Sometimes, gathering news in the America’s Cup arena feels like a game of poker. You spend much of the time looking for everyone’s tells and trying to determine whether what’s coming out of his or her mouth is the truth, the spin, or something more nefarious. Of one top sailor, a fellow journalist once told me, “If he agrees with you, and laughs, he’s definitely lying.”
I’m not much good at poker. But I do believe I’ve gotten better at separating the America’s Cup wheat from the chaff after covering this game for nearly a decade. With Russell Coutts, it seems that the more willing he is to talk about a subject, and the more plainly he talks about it, the closer you’re getting to how he truly feels. And if you can get him to show you some bar karate, then you’re really hooked in. So on Monday, when Tim Jeffery, BMW Oracle Racing’s director of communications, tried to shut down a conference call after 45 minutes, and was overruled by Coutts, who said, “I can take a few more questions,” it was a good indication that the most successful America’s Cup sailor in history truly believes the radical changes he has proposed for sailing’s oldest trophy will substantially improve the event. And not because it will give his team a distinct advantage (it will, but maybe that’s not among the team’s prime motivations).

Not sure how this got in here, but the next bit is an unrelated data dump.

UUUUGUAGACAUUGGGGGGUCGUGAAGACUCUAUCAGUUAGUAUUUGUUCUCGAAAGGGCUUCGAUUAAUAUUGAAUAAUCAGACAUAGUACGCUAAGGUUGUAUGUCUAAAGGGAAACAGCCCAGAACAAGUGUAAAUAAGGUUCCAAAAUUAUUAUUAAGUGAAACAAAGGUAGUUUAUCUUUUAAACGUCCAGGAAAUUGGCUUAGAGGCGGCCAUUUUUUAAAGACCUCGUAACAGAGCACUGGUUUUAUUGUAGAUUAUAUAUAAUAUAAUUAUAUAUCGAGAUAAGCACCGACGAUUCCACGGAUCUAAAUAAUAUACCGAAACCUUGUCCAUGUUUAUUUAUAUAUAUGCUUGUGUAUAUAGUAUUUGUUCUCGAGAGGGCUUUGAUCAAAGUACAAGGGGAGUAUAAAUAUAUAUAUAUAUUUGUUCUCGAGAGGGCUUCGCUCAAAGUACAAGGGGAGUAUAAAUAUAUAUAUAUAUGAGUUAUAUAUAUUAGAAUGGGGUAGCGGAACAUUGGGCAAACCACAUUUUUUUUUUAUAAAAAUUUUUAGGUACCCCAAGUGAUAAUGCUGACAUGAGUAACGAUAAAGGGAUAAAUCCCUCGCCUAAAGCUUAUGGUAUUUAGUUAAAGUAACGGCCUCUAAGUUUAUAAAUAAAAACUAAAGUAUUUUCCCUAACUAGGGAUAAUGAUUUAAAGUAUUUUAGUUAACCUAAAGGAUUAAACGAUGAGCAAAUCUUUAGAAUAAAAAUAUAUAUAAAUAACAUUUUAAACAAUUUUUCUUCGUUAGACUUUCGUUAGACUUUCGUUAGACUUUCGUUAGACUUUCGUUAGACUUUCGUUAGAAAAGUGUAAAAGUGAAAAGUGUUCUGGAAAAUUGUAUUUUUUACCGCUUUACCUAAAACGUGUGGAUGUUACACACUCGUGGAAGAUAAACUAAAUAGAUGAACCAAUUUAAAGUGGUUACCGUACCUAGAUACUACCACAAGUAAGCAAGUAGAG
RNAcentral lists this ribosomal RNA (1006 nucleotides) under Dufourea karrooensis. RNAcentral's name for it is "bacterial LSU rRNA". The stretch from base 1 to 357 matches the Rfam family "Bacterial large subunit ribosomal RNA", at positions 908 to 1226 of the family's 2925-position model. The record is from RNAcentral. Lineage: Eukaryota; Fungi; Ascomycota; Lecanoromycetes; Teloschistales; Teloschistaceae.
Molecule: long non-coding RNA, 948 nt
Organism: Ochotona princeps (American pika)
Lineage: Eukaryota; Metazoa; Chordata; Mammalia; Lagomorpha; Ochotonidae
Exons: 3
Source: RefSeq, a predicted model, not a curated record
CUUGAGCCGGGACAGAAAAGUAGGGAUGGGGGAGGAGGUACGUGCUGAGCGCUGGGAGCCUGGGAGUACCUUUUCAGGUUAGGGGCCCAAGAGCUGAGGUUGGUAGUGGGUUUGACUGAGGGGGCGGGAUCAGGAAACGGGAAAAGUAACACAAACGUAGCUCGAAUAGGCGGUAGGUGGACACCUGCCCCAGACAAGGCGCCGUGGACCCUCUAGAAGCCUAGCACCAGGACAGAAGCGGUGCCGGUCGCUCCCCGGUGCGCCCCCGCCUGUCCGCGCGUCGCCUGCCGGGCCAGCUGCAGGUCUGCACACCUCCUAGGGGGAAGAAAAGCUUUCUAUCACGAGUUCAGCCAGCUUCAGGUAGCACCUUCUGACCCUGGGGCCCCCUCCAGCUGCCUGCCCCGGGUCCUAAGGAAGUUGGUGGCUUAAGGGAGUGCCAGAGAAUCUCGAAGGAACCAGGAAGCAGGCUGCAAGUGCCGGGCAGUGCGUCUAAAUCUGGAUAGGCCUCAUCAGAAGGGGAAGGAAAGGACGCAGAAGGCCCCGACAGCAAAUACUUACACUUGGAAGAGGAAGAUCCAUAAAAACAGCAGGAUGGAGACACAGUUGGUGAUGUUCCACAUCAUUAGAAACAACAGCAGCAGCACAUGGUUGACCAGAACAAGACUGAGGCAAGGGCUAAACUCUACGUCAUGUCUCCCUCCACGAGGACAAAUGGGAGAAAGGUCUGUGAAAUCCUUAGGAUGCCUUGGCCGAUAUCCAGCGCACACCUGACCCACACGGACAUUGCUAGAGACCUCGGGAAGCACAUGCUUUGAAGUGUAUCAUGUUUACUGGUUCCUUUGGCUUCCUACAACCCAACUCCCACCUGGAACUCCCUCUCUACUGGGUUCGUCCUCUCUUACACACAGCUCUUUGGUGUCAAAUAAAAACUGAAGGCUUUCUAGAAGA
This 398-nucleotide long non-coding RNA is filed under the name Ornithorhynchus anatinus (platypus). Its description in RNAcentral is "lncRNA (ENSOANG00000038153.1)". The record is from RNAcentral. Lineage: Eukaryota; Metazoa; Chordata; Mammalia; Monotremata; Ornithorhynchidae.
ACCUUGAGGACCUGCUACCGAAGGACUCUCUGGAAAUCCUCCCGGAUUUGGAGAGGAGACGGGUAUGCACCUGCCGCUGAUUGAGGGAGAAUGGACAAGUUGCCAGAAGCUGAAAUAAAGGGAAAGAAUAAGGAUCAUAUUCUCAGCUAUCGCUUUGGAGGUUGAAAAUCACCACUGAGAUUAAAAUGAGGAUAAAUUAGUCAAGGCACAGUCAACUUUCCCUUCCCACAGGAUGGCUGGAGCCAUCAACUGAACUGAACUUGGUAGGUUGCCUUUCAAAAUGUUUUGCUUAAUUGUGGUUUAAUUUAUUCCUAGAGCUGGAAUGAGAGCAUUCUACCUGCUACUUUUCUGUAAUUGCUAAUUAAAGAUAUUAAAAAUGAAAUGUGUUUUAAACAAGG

I’ve seen this passion before. In 2003, not long after Coutts won the Cup with Alinghi, he stood in front of the assembled media in Auckland and announced some major changes to the America’s Cup. While they pale in comparison to what was announced yesterday (72-foot, wing-sailed catamarans), they were dramatic at the time and stirred up no shortage of opinions both for and against. I was moved by Coutts’ passion for the trophy, and his drive to bring it into the modern sporting era. While the partnership with Bertarelli would be in disarray a year later, their collective plan for the America’s Cup produced a very successful event (the 32nd America’s Cup).
Some other thoughts from yesterday’s big announcement: